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Theatre Review: The Winter’s Tale & The Cherry Orchard, Brooklyn Academy of Music

3 Mar

This is a first in FeignedMischief and hopefully not the last. I am talking about having a guest theatre reviewer, in this case reviewing The Bridge Project’s production of The Winter’s Tale and The Cherry Orchard currently playing in New York.

So how did I finagle a guest reviewer you might ask? As some of you might know, I have been shamelessly using my blog as a platform for my unrequited love for Simon Russell Beale, and you would think that nobody would bother reading it, apparently some have done and now I am shy. As if! Well, one of those who have read through my pining and yearning is Abigail who professes that since she has loved SRB longer, that she deserves him more. Last week, she just happen to cross the Atlantic and coincide her holiday to see the plays! Talk about devotion! So yes, she very kindly will share with us her thoughts of the play (and SRB!) and as a bonus treat, some bits on the Q&A that happened afterwards.

So without further ado, let’s hear it from Abigail.

During a recent trip to NY I saw both the plays featuring the skills of Simone’s (and my!) beloved SRB – Winter’s Tale and Cherry Orchard – plus a Q&A with some of the cast after the performance of the latter. As requested, my thoughts on them both I will now relate.

First overall impression – Brooklyn Academy of Music’s Harvey Theatre is in a part of Brooklyn that’s quite nasty but it is a really fabulous theatre and worth a visit if you’re in the area.

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Second overall impression – the plays are doing good business and SRB is getting plenty of love! Both times I was there the theatre was sold out and there was a queue for returns. I also heard comments about how good he was and the regular BAM audiences seem know him well, since he has been in plays there previously, so I overheard quite a few people saying that they always see him when they can and wish he would go to NY more often.

So first of all – The Winter’s Tale. Beautiful set, lots of candles. SRB plays the jealous king very well – angrily, of course, but also lots of agonising so that you can see he is torturing himself and you have sympathy for him rather than just thinking he is a nutter. And the endis very, very touching – annoyingly I was sitting right at the side so a lot of the time I was seeing the back of his head rather than his face but he even acted well with that! The middle of the play changes direction sharply and it takes a moment to reconcile yourself to the sudden change of tone but it is well done, and entertaining. Whole cast excellent – Rebecca Hall as Hermione particularly so.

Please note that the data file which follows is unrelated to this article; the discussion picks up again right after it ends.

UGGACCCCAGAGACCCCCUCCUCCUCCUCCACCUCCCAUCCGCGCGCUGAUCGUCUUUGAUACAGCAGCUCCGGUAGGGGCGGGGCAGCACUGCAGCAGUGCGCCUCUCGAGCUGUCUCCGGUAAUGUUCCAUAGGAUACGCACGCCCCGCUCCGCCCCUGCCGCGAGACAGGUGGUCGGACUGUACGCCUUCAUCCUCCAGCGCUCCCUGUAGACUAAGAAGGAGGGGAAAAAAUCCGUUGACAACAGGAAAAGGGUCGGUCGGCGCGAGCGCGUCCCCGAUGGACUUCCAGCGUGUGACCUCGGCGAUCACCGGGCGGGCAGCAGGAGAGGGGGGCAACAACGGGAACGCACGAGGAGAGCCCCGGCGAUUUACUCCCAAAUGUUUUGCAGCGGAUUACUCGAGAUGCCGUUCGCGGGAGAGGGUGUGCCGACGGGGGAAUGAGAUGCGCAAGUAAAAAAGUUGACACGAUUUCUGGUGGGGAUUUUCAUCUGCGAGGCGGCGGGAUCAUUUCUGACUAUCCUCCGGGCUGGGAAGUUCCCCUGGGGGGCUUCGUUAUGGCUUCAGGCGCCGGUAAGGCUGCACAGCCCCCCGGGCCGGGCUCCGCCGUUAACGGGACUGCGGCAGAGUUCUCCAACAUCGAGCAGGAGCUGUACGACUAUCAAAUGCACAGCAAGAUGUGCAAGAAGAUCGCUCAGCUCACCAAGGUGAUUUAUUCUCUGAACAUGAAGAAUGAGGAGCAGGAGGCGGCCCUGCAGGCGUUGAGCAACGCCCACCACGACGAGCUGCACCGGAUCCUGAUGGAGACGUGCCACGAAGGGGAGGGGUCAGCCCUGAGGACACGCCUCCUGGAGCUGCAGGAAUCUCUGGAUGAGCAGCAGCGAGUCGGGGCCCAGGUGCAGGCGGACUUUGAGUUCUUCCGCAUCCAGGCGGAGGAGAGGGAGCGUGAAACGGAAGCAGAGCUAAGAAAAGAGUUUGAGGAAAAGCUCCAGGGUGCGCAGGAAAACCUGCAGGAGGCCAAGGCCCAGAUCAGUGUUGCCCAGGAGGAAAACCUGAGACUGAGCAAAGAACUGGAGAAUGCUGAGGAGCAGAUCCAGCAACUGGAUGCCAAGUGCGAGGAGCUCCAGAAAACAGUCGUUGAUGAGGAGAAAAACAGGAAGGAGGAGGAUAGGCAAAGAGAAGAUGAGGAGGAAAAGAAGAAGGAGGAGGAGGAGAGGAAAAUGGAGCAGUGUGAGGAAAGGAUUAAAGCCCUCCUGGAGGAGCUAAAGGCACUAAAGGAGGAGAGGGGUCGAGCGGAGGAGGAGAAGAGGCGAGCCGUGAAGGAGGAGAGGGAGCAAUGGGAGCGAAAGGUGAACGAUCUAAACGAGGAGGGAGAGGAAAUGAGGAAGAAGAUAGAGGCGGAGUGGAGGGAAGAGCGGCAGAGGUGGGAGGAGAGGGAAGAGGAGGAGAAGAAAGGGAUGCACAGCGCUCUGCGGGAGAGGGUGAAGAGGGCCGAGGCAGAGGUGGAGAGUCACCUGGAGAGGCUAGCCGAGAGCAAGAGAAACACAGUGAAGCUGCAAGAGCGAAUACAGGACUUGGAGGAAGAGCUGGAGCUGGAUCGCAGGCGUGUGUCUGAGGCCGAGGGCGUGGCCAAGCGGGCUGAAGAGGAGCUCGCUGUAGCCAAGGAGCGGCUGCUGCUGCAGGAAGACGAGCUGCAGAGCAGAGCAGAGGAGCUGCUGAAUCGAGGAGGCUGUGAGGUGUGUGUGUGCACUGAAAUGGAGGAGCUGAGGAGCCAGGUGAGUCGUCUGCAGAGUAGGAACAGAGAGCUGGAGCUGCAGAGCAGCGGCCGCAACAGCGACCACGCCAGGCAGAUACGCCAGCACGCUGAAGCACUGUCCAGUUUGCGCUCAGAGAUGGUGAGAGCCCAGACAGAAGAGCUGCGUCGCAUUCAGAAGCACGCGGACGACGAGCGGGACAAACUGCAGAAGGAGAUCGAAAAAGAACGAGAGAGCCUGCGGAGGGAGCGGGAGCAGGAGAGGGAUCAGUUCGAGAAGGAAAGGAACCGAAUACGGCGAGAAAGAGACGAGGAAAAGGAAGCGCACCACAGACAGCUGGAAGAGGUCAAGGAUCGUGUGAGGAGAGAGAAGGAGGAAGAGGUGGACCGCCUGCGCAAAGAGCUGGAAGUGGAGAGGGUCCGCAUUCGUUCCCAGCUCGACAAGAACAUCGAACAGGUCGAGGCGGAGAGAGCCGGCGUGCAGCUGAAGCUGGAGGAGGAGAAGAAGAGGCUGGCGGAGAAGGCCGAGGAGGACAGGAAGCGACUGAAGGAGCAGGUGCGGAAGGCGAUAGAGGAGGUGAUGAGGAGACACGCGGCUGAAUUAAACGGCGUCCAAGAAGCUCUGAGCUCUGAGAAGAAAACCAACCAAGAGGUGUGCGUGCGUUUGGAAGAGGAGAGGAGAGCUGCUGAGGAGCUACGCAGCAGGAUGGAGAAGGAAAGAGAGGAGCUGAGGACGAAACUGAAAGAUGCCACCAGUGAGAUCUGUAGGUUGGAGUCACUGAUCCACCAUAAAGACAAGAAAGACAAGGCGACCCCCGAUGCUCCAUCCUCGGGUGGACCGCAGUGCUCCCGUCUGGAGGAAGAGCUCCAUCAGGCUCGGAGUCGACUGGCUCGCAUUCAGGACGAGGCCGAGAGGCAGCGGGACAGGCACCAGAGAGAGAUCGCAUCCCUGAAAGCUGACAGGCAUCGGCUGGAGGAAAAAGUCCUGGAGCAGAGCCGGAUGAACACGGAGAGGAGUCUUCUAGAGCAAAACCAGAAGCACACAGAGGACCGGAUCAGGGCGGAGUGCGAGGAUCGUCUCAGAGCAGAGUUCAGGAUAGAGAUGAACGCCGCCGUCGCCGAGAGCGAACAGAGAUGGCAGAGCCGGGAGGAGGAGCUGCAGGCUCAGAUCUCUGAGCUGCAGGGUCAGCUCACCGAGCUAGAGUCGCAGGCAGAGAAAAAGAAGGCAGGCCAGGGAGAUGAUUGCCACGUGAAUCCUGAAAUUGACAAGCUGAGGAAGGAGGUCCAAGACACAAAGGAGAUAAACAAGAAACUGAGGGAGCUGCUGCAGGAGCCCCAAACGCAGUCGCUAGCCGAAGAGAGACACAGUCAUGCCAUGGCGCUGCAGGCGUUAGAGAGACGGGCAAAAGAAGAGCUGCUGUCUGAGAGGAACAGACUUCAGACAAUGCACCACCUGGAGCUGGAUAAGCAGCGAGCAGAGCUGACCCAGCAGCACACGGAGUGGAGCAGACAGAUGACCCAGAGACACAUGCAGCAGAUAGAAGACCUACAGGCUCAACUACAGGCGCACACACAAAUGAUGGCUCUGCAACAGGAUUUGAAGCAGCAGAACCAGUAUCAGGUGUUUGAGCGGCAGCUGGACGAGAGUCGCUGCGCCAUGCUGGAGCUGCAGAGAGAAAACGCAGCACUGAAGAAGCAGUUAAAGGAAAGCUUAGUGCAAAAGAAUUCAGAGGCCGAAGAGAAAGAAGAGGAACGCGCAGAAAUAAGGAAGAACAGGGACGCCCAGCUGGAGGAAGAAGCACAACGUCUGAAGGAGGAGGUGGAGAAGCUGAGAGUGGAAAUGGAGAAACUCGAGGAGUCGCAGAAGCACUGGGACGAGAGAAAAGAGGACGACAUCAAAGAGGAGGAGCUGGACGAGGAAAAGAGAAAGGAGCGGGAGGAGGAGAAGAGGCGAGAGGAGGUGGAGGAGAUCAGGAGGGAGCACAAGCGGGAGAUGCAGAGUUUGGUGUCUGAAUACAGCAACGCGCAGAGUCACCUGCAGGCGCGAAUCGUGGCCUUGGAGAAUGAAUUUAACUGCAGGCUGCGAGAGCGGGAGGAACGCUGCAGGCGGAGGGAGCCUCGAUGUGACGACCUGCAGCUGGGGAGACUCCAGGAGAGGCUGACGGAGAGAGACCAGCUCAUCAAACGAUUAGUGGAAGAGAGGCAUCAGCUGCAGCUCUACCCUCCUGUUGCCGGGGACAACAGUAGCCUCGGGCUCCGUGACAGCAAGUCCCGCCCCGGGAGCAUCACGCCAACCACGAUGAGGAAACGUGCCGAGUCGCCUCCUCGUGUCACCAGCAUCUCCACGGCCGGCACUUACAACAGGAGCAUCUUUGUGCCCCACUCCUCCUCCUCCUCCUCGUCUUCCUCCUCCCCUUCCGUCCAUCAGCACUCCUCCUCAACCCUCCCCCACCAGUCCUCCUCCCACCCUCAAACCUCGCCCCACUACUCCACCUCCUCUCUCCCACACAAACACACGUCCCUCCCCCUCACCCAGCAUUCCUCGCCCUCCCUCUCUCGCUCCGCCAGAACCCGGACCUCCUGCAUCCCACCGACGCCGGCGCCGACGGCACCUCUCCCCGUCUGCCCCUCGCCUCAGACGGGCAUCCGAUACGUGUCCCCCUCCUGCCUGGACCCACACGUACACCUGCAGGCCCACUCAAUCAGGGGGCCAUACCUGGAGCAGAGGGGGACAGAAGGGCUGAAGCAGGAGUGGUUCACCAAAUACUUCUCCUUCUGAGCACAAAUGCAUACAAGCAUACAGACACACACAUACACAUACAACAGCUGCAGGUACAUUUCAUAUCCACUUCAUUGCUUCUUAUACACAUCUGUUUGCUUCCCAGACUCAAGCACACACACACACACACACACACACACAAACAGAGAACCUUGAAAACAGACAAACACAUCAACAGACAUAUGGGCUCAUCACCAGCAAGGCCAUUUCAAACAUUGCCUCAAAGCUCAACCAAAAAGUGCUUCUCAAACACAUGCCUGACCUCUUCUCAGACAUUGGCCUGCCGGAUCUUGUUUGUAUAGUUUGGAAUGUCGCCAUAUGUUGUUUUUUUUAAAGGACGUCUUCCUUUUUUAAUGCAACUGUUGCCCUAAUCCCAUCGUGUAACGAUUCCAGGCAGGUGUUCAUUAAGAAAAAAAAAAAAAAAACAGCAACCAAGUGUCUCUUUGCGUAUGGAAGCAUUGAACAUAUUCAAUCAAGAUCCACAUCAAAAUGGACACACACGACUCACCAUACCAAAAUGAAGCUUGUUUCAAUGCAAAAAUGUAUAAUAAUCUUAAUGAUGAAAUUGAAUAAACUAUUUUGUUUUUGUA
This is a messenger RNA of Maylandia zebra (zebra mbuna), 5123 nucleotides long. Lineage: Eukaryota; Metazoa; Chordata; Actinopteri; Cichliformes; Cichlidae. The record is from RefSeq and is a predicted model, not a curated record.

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And then – The Cherry Orchard. Again beautifully staged and SRB very good as the rich ex-peasant trying to persuade his family’s ex-masters to stop prevaricating and do something to get themselves out of their financial mess. There is a fab moment when he interrupts a party to tell them he has bought their estate and stamps round a circle of chairs, almost like a Russian dance, throwing them over to show that it’s his now and he can do what he wants.

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The after-show talk was very interesting. The cast agreed that the Cherry Orchard had been harder to learn than The Winter’s Tale, and SRB added that it was because the language was more ordinary, whereas in Winter’s Tale he got to say words like “sluic’d”, which stick in the brain. One question was about the relevance of the Cherry Orchard in our current economic climes. Sinead Cusack answered about people living in bubbles and not facing up to troubles ahead. SRB added that CO had played on the night of Obama’s inauguration and that had been meaningful for him (SRB) when he had said the lines about being “the master of the estate where my grandfather was a slave”.

Another question to SRB was prefaced with a lot of flattery about how he always brings out the hidden sensitivity of characters and that his Hamlet was the best she had seen, so how does he do that? After going a bit pink and modestly saying he didn’t know what she meant, he said that one key to understanding Lopakhin was the idea that he was in love with Ranevskaya because she had been kind to him as a child – that brought out the vulnerability of the character.

Those were the main bits, I think – and probably more info than anyone wanted to know, except me and thee, Simone! Both plays highly recommended when they come over here in spring/summer (though I think BAM is a much nicer theatre than the Old Vic so I’m glad I caught them there).

Talk about whetting our appetite! Thanks Abigail for this wonderful review and be seeing you soon!

Click here to book your tickets for The Bridge Project at The Old Vic that will start in the UK on 23 May

Photos courtesy of BAM’s Flickr photostream

Missing Simon Russell Beale

18 Jan